In 2006, I was telling anyone who would listen — which, given that I was a nerdy 19-year old, wasn’t many people — to buy Apple stock. Back then Apple seemed to be on the verge of something amazing. I had had an iPod since 2003, and had just bought a Macbook Pro, and was blown away by OS X. The operating system and interface had a crispness and an attention to detail that made Windows PCs seem like a muddled mess.
Turns out I was right about Apple. The past decade has seen Apple blow up bigger than I dreamed they might. The iPhone and iPad have been stunning successes that have allowed Apple to redefine what personal computing is. And now Apple is the biggest company in the world.
And the Apple Watch — their first new product line since the iPad — seems like a step in the wrong direction. Admittedly, I haven’t used an Apple Watch yet. But why bring out a watch when other elements of your product line have made watches obsolete?
I’m happy to have my wrists free. A smartphone already does what a watch used to do — tell the time — plus so, so, so much more. I don’t want another screen, especially not a tiny and hard-to-click one strapped to my wrist that actually requires tethering to a smartphone to work. Interface design has been the key difference between Apple and Apple’s competitors in the past 10 years and to hear complaints about the interface seems pretty damning.
Yes, I can see some point to a biometric data-collection band, especially for athletes and fitness junkies and for hospital patients. Yes, I understand that sooner or later a new model of the Apple Watch will not require a tethered iPhone to work.
But at this point this is a niche product, functionally akin to the Apple Newton in the early ’90s. It does some cool stuff. But it’s not going to change the world.
The trouble is that I think Apple is barking up the wrong tree. This is like a successful band’s dodgy fourth album where they rehash earlier ideas in pursuit of that indefinable thing that made them great in the first place. The trouble is that that thing — the bleeding edge — has moved on. Trying to recapture it by rehashing old ideas in a slightly different form might sell some records. And Apple will sell some watches. But it’s not going to change the world.
The bleeding edge technologies that will change the world immeasurably in the next 20 years are self-driving cars, artificial intelligence, 3-D printers, ultra-efficient solar cells that can produce energy more cheaply than fossil fuels, and battery and energy distribution technology to allow the ultra-efficient solar cells to power things when the sun isn’t out. Apple are actually working on some of these things.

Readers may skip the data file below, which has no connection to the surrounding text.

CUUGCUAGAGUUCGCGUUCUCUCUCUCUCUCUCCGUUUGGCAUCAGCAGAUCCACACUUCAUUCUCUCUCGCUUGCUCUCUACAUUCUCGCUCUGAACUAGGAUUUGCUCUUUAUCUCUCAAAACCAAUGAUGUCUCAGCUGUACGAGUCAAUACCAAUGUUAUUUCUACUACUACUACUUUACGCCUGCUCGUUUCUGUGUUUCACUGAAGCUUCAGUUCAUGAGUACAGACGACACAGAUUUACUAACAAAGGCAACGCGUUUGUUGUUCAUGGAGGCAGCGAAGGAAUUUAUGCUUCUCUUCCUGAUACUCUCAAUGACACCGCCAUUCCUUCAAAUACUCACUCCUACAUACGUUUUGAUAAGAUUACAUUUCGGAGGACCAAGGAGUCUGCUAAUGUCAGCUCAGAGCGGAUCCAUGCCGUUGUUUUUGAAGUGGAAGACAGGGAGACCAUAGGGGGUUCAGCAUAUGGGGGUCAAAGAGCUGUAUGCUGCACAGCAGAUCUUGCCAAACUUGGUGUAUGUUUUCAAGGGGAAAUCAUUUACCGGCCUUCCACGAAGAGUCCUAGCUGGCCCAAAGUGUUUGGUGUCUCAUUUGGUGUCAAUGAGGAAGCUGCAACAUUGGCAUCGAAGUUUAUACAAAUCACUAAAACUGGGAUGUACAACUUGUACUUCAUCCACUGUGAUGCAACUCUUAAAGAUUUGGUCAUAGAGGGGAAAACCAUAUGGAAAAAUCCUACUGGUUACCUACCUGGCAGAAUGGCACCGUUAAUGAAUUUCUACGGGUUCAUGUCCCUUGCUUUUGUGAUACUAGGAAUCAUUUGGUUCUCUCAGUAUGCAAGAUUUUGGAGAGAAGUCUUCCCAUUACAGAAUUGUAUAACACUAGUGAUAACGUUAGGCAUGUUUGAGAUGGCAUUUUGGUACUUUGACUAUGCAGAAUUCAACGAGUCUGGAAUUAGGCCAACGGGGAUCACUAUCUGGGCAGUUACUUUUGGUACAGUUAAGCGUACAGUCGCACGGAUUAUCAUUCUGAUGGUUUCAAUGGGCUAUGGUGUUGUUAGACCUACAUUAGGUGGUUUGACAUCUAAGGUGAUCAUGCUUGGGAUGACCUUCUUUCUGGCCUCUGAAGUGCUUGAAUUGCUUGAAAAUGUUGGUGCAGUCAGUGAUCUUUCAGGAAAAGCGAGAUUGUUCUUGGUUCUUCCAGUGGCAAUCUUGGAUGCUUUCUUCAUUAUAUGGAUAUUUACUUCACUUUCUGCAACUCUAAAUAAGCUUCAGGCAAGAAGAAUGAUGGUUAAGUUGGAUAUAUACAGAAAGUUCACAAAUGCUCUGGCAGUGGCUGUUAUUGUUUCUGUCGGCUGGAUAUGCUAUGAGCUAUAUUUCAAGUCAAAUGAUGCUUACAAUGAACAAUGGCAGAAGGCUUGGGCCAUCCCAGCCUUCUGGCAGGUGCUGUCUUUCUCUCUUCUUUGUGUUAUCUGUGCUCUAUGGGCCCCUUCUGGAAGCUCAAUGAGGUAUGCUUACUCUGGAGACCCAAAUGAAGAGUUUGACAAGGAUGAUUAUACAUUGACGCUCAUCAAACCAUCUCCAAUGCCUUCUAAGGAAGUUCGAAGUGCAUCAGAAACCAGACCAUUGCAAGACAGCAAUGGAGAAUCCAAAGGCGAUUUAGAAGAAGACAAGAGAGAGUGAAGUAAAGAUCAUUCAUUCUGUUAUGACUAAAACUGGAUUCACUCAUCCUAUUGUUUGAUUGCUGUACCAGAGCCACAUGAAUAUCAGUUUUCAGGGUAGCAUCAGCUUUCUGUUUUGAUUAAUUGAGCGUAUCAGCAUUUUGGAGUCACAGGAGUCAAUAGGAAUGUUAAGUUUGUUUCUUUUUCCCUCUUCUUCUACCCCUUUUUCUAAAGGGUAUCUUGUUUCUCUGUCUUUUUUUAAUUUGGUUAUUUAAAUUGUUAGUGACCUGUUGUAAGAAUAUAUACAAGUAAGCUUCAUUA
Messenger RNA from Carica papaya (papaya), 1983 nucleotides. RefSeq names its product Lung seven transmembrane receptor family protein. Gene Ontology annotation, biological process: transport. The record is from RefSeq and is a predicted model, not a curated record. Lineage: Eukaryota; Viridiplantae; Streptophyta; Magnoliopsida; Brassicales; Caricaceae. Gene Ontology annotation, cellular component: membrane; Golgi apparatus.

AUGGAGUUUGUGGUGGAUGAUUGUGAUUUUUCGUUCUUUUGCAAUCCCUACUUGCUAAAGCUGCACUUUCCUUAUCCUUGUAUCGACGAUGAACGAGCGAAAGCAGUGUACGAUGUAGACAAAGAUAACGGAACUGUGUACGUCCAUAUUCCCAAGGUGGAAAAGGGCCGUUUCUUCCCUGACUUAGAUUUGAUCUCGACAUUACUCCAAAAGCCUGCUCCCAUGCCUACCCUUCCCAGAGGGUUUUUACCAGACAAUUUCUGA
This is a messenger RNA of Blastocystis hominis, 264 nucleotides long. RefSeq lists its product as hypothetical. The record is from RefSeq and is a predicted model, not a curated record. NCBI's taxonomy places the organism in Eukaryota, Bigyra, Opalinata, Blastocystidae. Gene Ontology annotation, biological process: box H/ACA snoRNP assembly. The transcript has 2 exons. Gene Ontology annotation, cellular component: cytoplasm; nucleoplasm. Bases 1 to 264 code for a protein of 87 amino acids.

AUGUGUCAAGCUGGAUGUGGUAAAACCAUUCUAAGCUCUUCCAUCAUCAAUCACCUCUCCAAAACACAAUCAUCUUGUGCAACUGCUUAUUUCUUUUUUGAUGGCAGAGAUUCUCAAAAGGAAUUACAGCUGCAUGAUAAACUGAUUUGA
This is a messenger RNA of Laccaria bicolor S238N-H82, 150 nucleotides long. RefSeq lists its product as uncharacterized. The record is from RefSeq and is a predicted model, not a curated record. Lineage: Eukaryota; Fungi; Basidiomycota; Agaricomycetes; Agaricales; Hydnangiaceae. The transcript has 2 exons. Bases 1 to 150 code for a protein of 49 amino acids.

The Watch is — at best —an unworthy distraction. Of course, like most ageing rockstars, Apple has the time and money for unworthy distractions. And that’s why younger, leaner competitors may be the ones to bring the truly revolutionary products to market.
Of the three screens — Watch, iPhone, and iPad — the iPhone is the one most awkward to me. Too big to be conveniently kept in the pocket (especially at iPhone 6 sizes), too small to show rich data. I’d love to have a Watch, plus a tiny, minimal iPhone that essentially serves as a communications hub for the watch and the tablet.
Have you used the Watch? People who have say the interface is pretty bad. At least with the iPhone navigation/data input is okayish.
Not yet, no, and certainly it may have some fundamental flaws that can’t be fixed. I’m thinking purely in terms of form factor at the moment, as I wouldn’t pick one up until second generation anyway. But I rarely use the phone for input, either; I generally pull out the tablet for that, and just use the phone as a hotspot. When I actually interact with the phone, it’s mainly to consume small chunks of data — news alerts, weather warnings, @ tweets, text messages, that sort of thing. Unless I’m physically walking around, I switch to the tablet to read the full stories, reply, etc., because it’s just better at that. For that particular usage pattern (and I realize it may be very unusual), it seems to me that the Watch would serve me better than the phone for the consumption activity — assuming any UI issues related to that particular sort of consumption can be resolved.
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It’s possible that Apple is simply exploiting the ardent-fan base, people who will buy anything supposedly new if it’s from Apple, regardless of whether it does anything substantial for them. There are also the people who buy Rolexes and other extremely expensive wristwatches; clearly, they’re not interested in mere functionality either. They’re signaling that they have a lot of money and a certain set of cultural values. A large part of Apple’s genius and success has been marketing, not functionality. At this — judging what signals people want to send, and providing them with the means — they’ve been very good. I would not be surprised to see millions of people sporting their watches.
That’s what I was getting at with my comments about ageing rockstars. Exploiting the fanbase is what this is. They will sell some. Probably more than competitors. But it’s not gonna change the world the way some of their earlier products did.
I stopped wearing a watch when I got my first cell phone (a long time ago). Most of us did. I’m not likely to strap one on now! IMO, Apple should have skipped the watch and gone straight to an implantable device. Not that I’d want that, either, but I think more people would.
Then again, I’m old and grew up wearing watches. To me, watches are old tech. To a new generation that never wore one, it just might seem new.